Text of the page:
One Punch Episode 7 English Subtitle Download

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For Download/Watch Online

Sunday, February 14, 2010

Celts Empire

The Celts (500 to 1500)

The Celts (pronounced "kelts") were the ancient inhabitants of Northern Europe and the builders of Stonehenge 5000 years ago. Julius Caesar had battled them during his conquest of Gaul. The Romans eventually took most of Britain and the Iberian Peninsula from them as well. At the end of the ancient Roman Empire, the Celts occupied only parts of northwestern France, Ireland, Wales, and parts of Scotland. During the course of the Middle Ages, they strengthened their hold on Scotland and made several attempts to take more of England.

The Irish remained in small bands during the early Middle Ages. By 800 the four provinces of Leinster, Munster, Connaught, and Ulster had risen to power under "high kings." Viking raids began in 795 and then Viking settlements were established in the middle ninth century. The most important of these was at Dublin. Brian Boru became the first high king of all Ireland around 1000. In 1014 the Irish defeated the Danes of Dublin at Clontarf, although Brian Boru was killed.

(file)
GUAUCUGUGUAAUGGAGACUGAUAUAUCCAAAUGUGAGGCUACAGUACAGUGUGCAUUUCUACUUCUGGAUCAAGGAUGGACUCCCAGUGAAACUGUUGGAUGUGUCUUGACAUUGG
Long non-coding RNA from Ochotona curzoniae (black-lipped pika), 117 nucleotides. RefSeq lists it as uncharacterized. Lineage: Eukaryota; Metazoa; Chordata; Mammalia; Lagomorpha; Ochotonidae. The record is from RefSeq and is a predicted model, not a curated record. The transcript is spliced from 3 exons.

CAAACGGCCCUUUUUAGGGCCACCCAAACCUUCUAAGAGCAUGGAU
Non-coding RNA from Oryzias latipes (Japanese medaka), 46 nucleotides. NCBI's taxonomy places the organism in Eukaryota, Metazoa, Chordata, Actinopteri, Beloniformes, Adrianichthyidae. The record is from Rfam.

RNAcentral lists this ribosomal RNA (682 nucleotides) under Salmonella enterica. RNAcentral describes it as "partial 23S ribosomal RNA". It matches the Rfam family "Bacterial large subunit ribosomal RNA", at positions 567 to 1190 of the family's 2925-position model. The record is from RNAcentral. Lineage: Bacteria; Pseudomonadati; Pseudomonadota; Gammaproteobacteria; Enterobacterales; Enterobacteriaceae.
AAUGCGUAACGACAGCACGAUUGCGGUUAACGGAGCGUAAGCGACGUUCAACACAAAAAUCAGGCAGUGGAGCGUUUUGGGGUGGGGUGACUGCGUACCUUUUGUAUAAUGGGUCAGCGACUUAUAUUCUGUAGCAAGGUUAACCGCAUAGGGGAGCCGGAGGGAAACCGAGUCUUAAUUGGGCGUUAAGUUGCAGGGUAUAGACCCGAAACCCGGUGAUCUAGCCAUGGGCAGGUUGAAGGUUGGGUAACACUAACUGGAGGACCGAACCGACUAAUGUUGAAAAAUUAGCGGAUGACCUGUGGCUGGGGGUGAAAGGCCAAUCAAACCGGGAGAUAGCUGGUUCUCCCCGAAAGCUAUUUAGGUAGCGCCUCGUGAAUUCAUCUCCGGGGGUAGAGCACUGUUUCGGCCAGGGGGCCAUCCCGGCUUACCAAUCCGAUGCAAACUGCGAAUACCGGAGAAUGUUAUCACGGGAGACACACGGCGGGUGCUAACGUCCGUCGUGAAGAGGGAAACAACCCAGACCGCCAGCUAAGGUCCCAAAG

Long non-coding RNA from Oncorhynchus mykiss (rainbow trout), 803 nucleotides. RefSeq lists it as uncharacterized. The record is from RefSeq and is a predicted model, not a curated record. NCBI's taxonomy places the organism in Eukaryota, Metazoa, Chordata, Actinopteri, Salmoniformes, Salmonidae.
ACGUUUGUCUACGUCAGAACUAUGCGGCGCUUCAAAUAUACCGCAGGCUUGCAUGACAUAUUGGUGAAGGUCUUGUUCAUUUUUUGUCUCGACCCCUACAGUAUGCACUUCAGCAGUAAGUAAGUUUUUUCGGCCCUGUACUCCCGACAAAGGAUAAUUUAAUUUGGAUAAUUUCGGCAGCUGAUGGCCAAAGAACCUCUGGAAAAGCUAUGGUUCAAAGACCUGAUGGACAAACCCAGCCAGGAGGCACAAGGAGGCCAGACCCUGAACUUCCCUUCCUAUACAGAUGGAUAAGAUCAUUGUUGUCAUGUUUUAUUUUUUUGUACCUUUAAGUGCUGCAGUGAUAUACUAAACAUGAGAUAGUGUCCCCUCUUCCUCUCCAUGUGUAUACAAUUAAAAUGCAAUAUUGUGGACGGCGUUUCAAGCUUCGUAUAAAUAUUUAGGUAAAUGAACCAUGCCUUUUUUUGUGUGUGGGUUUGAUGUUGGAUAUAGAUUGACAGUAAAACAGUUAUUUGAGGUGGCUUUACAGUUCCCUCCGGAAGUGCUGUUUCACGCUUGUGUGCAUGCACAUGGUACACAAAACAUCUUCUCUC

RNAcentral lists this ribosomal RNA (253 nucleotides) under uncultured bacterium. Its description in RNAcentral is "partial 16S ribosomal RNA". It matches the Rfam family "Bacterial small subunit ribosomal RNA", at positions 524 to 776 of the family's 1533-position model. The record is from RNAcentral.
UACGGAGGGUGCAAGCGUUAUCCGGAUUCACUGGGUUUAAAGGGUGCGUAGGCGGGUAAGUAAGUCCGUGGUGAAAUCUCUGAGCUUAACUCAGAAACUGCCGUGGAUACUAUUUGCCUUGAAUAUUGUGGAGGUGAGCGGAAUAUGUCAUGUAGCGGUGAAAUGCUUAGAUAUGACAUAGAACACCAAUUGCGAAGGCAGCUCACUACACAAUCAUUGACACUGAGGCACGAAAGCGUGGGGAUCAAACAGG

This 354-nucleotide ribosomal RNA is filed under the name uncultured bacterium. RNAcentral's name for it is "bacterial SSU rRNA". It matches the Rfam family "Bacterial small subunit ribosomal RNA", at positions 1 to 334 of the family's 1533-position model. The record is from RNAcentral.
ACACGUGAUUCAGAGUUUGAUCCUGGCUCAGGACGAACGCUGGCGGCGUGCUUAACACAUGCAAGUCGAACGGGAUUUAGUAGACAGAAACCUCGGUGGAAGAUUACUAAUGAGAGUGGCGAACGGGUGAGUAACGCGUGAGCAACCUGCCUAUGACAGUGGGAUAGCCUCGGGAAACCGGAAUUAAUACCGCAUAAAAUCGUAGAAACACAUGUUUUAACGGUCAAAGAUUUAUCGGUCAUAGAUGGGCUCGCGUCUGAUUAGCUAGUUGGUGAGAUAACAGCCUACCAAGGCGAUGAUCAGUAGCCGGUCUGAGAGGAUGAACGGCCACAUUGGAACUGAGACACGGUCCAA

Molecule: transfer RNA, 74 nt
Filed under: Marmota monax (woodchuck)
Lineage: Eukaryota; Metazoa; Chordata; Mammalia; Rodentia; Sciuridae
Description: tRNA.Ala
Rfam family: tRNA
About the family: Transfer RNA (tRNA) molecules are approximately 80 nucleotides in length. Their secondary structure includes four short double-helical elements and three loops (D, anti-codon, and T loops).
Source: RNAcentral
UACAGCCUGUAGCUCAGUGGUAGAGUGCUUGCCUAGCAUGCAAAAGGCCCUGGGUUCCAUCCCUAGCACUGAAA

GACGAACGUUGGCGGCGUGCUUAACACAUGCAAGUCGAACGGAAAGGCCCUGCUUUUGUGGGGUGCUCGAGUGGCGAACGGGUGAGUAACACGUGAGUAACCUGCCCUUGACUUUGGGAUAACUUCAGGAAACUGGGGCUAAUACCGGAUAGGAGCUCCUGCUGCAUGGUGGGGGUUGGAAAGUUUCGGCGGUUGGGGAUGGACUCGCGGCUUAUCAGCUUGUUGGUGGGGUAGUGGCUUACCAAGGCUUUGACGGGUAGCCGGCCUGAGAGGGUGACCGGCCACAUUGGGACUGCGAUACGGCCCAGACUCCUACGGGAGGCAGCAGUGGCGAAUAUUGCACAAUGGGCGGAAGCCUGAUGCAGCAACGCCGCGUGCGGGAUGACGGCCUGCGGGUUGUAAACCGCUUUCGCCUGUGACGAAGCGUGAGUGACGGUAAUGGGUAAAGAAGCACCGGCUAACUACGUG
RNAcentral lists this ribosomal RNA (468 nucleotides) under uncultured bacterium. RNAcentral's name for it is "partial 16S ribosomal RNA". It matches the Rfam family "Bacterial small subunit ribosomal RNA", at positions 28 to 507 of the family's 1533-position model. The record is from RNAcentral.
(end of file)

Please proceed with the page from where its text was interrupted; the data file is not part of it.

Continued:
An Irish tribe called the Scotti invaded what is now southern Scotland during the early Middle Ages, settling permanently and giving the land its name. They pushed back and absorbed the native Picts who had harassed the Romans to the south. The Scottish kingdom took its present shape during the eleventh century but attracted English interference. The Scots responded with the "auld (old) alliance" with France, which became the foundation of their diplomacy for centuries to come. Edward I of England (Longshanks, or "hammer of the Scots") annexed Scotland in 1296.